Google bans ads for ‘unproven’ stem call treatment

 

In a blog post earlier this month, Adrienne Biddings, Google Policy Adviser said that their new Healthcare and Medicines policy will prohibit ads selling treatments that have no established biomedical or scientific basis.  It includes treatments that are rooted in basic scientific findings and preliminary clinical experience, but currently have insufficient formal clinical testing to justify widespread clinical use.

“We know that important medical discoveries often start as unproven ideas - and we believe that monitored, regulated clinical trials are the most reliable way to test and prove important medical advances,” she states. “At the same time, we have seen a rise in bad actors attempting to take advantage of individuals by offering untested, deceptive treatments. Often times, these treatments can lead to dangerous health outcomes and we feel they have no place on our platforms”.

Google worked with The International Society for Stem Cell Research to develop the new policy.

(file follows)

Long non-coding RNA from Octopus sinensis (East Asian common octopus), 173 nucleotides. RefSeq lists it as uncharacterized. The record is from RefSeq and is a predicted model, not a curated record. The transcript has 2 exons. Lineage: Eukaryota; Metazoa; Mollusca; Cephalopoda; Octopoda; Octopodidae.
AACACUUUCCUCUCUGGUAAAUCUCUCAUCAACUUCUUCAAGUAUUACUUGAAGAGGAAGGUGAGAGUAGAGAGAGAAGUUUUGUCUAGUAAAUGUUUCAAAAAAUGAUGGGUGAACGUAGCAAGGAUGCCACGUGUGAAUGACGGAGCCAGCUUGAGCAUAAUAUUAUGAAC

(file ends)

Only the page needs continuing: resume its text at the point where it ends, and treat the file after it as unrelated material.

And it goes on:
President Deepak Srivastava says, “Google’s new policy banning advertising for speculative medicines is a much-needed and welcome step to curb the marketing of unscrupulous medical products such as unproven stem cell therapies. While stem cells have great potential to help us understand and treat a wide range of diseases, most stem cell interventions remain experimental and should only be offered to patients through well-regulated clinical trials. The premature marketing and commercialization of unproven stem cell products threatens public health, their confidence in biomedical research, and undermines the development of legitimate new therapies.”

Advertising for participants to take part in properly regulated clinical trials will still be permitted, as will advertising aimed at communicating scientific findings to the public. 

The move follows efforts by the US Food and Drug Administration (FDA) to stop to stop stem cell clinics in the USA from marketing unapproved products that put patients at risk.

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